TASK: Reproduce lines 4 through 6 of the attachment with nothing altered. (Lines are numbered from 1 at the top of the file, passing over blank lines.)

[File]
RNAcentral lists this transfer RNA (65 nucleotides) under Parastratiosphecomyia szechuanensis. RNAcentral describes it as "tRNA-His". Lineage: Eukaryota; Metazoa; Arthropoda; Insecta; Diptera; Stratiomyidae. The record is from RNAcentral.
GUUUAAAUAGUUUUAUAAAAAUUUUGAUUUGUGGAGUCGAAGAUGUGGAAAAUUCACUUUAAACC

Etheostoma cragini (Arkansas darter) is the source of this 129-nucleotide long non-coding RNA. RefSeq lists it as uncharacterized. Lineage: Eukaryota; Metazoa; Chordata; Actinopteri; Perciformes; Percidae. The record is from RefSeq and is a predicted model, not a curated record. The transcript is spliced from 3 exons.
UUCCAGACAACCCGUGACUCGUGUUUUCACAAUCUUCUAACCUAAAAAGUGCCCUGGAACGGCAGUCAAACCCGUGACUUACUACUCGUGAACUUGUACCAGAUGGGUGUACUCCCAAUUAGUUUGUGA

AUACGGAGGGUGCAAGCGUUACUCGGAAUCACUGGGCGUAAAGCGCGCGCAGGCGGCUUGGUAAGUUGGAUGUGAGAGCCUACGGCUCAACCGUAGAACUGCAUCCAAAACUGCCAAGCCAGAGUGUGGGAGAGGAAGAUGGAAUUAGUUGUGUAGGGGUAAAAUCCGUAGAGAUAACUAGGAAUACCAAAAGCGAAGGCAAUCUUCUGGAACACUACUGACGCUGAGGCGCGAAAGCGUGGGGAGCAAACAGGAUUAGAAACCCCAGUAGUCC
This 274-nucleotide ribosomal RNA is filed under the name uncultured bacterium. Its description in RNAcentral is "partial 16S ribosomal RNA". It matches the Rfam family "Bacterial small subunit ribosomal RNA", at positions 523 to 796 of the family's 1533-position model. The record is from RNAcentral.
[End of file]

UUCCAGACAACCCGUGACUCGUGUUUUCACAAUCUUCUAACCUAAAAAGUGCCCUGGAACGGCAGUCAAACCCGUGACUUACUACUCGUGAACUUGUACCAGAUGGGUGUACUCCCAAUUAGUUUGUGA

AUACGGAGGGUGCAAGCGUUACUCGGAAUCACUGGGCGUAAAGCGCGCGCAGGCGGCUUGGUAAGUUGGAUGUGAGAGCCUACGGCUCAACCGUAGAACUGCAUCCAAAACUGCCAAGCCAGAGUGUGGGAGAGGAAGAUGGAAUUAGUUGUGUAGGGGUAAAAUCCGUAGAGAUAACUAGGAAUACCAAAAGCGAAGGCAAUCUUCUGGAACACUACUGACGCUGAGGCGCGAAAGCGUGGGGAGCAAACAGGAUUAGAAACCCCAGUAGUCC
This 274-nucleotide ribosomal RNA is filed under the name uncultured bacterium. Its description in RNAcentral is "partial 16S ribosomal RNA". It matches the Rfam family "Bacterial small subunit ribosomal RNA", at positions 523 to 796 of the family's 1533-position model. The record is from RNAcentral.